An NiMH battery refers to a Nickel Metal Hydride rechargeable battery. These batteries are safer and have a higher density of energy compared to NiCad batteries. Thus, the NiMH batteries have replaced the NiCad batteries in today’s world. Making your own NiMH battery is quite beneficial since it allows you to check voltage of individual cells, is cheaper, and you can make your own configuration as compared to ready-made NiMH battery packs. In order to build your own NiMH battery, follow the simple steps described below.
Tools and Materials Needed
- Spot welder
- NiMH battery cells (1.2 Volts each)
- Heavy 13 gauge wire
- Heat shrink tubing
- Blow dryer
Step 1 – Choosing an Appropriate Brand
Before starting with the NiMH battery pack, it is advisable that you choose a trusted brand of batteries. Usually people prefer choosing from Sanyo, Panasonic or Kan. The choice of the brand of the battery totally depends on the one you trust. Use the Internet or skim through your local market to find the best quality cells at the best price. Check for the date of manufacture on the cell as this is sometimes helpful. If the manufacture date of the cells is recent, then the chances of appropriate voltage are high. Once you have bought the cells, move to the next step.
Step 2 – Checking Voltage of Individual Cells
Check the voltage using a voltmeter of individual cells once they have been taken out of the packaging. It should be between 1.1- 1.2 Volts. If any cell is below the volts mentioned, then the cell is not of good standard. It may have fewer volts due to inappropriate or over-long storage. Either go back to the supplier and get it replaced or buy another brand. You will have to change the cell in any case since a single cell with lower voltage can bring the whole battery pack down.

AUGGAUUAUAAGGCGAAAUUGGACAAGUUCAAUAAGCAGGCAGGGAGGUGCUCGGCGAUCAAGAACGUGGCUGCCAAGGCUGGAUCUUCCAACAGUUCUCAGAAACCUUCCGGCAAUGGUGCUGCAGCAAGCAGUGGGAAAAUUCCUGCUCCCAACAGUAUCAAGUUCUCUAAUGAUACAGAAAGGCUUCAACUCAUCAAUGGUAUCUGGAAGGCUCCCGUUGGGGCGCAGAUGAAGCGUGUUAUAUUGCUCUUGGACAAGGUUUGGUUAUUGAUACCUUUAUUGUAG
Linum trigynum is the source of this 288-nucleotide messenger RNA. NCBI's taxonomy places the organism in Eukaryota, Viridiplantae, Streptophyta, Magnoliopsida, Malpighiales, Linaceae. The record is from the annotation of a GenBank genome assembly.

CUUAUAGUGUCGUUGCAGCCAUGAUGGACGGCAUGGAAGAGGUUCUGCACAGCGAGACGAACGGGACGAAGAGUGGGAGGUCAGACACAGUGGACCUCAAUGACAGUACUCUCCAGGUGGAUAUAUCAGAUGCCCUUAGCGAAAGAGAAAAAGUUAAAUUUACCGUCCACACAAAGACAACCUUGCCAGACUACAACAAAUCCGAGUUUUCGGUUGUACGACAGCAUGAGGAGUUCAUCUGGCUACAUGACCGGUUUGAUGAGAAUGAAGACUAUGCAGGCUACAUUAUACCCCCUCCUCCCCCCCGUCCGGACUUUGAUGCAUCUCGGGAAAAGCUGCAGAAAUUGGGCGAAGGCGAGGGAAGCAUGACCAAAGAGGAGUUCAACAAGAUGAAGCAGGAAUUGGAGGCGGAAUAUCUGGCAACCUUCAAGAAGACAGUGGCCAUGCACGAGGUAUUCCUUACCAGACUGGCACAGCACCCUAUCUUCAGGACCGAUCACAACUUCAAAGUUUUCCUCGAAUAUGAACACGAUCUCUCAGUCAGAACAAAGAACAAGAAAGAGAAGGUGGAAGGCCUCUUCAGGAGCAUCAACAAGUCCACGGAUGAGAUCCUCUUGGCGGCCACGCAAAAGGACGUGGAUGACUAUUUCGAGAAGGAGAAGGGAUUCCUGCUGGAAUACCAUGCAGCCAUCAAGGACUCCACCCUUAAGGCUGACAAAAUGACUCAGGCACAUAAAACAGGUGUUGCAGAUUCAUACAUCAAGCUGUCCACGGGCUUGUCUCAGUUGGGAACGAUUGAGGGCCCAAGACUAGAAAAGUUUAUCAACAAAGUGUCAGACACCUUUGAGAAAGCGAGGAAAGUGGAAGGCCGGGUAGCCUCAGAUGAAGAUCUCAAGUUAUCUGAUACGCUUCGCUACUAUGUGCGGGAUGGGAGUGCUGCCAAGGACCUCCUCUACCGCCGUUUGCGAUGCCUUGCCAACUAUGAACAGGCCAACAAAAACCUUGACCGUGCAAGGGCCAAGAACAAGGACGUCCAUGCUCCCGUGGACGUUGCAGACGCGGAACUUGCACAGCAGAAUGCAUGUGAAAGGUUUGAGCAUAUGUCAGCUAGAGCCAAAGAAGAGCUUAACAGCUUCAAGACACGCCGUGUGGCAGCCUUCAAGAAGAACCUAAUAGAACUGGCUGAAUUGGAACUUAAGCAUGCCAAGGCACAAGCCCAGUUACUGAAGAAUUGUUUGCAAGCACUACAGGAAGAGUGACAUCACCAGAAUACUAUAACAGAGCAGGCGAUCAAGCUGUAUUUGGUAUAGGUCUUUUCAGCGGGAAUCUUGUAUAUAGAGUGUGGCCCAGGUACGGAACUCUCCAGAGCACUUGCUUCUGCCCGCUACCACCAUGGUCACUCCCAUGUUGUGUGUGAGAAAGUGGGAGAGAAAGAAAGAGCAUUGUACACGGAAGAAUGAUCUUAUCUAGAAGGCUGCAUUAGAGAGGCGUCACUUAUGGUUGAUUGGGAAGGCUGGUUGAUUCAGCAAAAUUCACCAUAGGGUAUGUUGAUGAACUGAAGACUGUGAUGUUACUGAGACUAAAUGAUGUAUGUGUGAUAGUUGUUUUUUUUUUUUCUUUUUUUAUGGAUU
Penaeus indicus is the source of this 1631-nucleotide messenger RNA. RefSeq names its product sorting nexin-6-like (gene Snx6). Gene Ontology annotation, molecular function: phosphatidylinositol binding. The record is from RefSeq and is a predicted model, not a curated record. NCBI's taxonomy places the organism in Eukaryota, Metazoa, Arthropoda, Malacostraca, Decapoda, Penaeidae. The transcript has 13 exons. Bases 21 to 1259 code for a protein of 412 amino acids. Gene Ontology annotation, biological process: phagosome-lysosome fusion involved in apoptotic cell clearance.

Step 3 – Hooking up the Cells
If you are making a NiMH Battery pack of 12 volts, you will need ten batteries. Hook the positive end of one cell with the negative end of the other. Use a heavy-duty wire to connect them together. Solder it to the negative-positive ends of the cells using a spot welder. While soldering the cells, it is advisable that less heat be applied. This will ensure that the cells work for a longer period of time. This is because the less heat you use the more reliable the cells become. Longer wires should be attached to the cells at the ends of the pack so they may be used to connect to the device requiring the battery pack, whereas shorter wires should be used to connect the cells together.
Step 4 – Using Heat Shrink Tubing
Once the cells have been placed together, use a heat shrink tubing and place the interconnected cells in it. Now, use a blow dryer on the heat shrink. The heat from the blow dryer will cause the heat shrink tubing to shrink and adhere to the cells thus snugging them together. Your NiMH battery pack is now ready for use.